Speechly offers fast and intuitive development tools for voice user interfaces on the platform most familiar to all developers – command line. You can find the GitHub repository for the tools here
This tutorial shows you how you can prototype and develop voice user interfaces in the command line.
Benefits of command line interface include:
In this tutorial, I’ll show you how you can create and test your first Speechly application on the command line.
If you are using Mac OS, use Homebrew to install speechly with:
$ brew tap speechly/tap
# to get the latest release
$ brew install speechly
After tapping, normal brew updates will include any new versions of speechly.
Scoop is a package manager for Windows. speechly can be installed with scoop with:
$scoop bucket add speechly https://github.com/speechly/scoop-bucket
# to install the latest release
$scoop install speechly
You can update the tool with:
To authenticate against the Speechly API, you’ll need an API token. You can get your API token from the Speechly Dashboard
Sign up (or login, if you are already a Speechly user) and go to Project settings on the top right navigation. Click Create API token and give it a name.
NOTE: After you navigate away from this page, you can’t see the token anymore for security reasons. If you lose your token, you’ll need to create a new one.
Now that we have the required tools installed, let’s create an empty directory for our application. This directory will contain the required configuration files.
$ mkdir my-first-speechly-app && cd my-first-speechly-app
$ md my-first-speechly-app
$ cd my-first-speechly-app
$ speechly config add --name new --apikey <YOUR_API_TOKEN>
Using this command will create a new application called “new” and authenticates by using your API token that we created in the second step of this tutorial.
Our current project doesn’t have any applications, so let’s create the first one. We need to specify the application name with the flag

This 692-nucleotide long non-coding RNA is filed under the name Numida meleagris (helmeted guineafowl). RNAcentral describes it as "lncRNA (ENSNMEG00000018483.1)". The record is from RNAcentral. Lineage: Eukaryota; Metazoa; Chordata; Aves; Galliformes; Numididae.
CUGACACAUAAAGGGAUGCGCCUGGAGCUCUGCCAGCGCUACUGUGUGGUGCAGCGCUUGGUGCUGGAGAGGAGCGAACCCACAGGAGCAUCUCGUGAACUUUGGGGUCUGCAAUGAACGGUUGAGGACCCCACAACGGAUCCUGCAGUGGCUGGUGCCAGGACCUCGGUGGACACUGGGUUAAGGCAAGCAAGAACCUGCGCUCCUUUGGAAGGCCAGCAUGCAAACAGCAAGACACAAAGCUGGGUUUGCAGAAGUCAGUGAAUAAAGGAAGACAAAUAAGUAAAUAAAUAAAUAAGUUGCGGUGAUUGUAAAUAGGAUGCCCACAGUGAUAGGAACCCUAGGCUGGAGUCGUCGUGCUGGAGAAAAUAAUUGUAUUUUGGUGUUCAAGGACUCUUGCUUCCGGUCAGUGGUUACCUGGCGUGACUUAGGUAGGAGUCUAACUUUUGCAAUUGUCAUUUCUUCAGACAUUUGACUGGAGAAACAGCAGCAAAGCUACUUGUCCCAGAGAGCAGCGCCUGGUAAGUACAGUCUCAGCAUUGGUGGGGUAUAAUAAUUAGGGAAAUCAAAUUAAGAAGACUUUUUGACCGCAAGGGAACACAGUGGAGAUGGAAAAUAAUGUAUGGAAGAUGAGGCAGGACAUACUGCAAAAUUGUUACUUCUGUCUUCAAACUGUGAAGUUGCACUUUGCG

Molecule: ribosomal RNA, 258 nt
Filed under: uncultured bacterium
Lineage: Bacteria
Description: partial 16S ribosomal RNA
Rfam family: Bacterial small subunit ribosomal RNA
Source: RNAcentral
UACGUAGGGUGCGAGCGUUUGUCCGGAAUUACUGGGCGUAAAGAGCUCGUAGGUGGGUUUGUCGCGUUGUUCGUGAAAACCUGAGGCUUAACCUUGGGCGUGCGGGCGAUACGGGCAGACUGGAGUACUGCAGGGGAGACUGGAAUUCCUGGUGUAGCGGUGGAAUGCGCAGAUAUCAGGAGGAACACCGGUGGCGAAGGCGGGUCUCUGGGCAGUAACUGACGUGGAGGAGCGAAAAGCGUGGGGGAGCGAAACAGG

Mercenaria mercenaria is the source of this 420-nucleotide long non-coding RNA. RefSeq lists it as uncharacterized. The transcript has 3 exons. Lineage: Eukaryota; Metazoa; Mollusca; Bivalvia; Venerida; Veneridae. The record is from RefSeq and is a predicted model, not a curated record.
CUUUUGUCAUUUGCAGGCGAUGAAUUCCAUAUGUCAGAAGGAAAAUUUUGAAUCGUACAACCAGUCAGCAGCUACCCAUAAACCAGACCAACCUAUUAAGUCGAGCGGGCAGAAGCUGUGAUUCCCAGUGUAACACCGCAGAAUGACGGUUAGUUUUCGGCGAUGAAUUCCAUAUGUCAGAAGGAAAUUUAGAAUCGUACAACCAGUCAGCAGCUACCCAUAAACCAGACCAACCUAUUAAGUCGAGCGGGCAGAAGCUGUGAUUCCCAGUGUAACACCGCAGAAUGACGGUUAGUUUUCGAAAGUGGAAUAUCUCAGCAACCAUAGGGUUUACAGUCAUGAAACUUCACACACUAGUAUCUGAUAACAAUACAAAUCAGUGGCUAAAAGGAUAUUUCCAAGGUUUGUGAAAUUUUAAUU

-n and the language with the flag
-l. Let’s use en-US as the language.
$ speechly create -n home-automation -l en-US
The command replies with the app ID of your newly created application. Copy this string to the clipboard.
NOTE: You can use
$ speechly list to list your applications and to get your app ID.
Because actually configuring a Speechly application is outside the scope of this tutorial, we’ll be using a ready-made home automation template. Let’s download the file.
NOTE: if you are interested in reading more about configuring your application, refer to the Speechly documentation
$ curl https://www.speechly.com/docs/home-automation.yaml -o home-automation-curl.yaml
As you can see with the
$ speechy list command, our application status is currently
STATUS_UNSPECIFIED as it doesn’t have valid configuration. Let’s fix that by using the configuration file.
$ speechly deploy . -a <YOUR APP ID>
This command uses the YAML file in your current directory. This should be the YAML file we just downloaded.
We can check the current status of the application by using
describe. If you use the
-w flag, you will get real-time information about the status of the deployment.
$ speechly describe -w <YOUR APP ID
After waiting for about 83 seconds, the application has been deployed. Yay! You have configured your first Speechly application by using the command line!
You can verify this by using
speechly list and your application should now have a status
Now you can test the application by using the Speechly Playground! You can sign in to the Dashboard and see your application in the list. Click Try to try out your application.
Try saying something like “Turn off the living room lights” or “Turn on the TV in kitchen”.
For more information on using the Dashboard, see our Quick Start
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The extremely fast feedback that the iPhone touch screen experience provided to the user, resulting in a very responsive and intuitive user experience is still missing from current voice user interfaces.